It is better to ride 5 minutes a day than it is to ride 35 minutes on a Sunday.

                          Comment


                            #14
                            Originally posted by enjoytheride View Post

                            I'm not sure what you mean?
                            In many places, the weather is so cold that a warm up and cool down will take 15 min (or more) on their own.

                            Comment


                              #15
                              Originally posted by wannabedvm View Post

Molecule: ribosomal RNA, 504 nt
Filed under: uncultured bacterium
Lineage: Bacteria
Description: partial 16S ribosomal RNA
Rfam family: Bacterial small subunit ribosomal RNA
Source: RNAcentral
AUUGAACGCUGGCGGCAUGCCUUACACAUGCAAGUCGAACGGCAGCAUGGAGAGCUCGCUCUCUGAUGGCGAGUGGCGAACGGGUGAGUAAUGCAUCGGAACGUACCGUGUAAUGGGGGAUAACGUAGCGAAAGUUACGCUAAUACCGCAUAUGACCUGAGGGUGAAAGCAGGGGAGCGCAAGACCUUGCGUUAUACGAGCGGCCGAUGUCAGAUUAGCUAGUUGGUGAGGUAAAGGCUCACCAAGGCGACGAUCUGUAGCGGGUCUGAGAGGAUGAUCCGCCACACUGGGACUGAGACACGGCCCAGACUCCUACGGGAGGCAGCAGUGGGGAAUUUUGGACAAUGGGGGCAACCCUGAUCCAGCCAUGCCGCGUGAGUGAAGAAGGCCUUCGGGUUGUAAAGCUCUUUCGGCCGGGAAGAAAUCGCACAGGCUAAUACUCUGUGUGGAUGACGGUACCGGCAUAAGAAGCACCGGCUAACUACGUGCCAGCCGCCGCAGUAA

In many places, the weather is so cold that a warm up and cool down will take 15 min (or more) on their own.
                              enjoytheride - exactly this. To do a full WTC, free walk workout in 15 minutes as SuzieQNutter suggested in her first post is not fair or healthy for the horse when it gets that cold here. There comes a point at which I am warming up my horse and wondering if he'll be ready to trot before I'm too cold to continue. Posting trot really helps to warm me up if I'm not too cold by then.

                              I had a kind of extreme case of needing a long winter warm up - the horse would appear lame if I trotted him too soon, and he would not be able to work out of it. Given enough walk he was just fine at faster gaits. His minimum winter warm up time was 20min and got longer as it got colder.
                              ​​​​​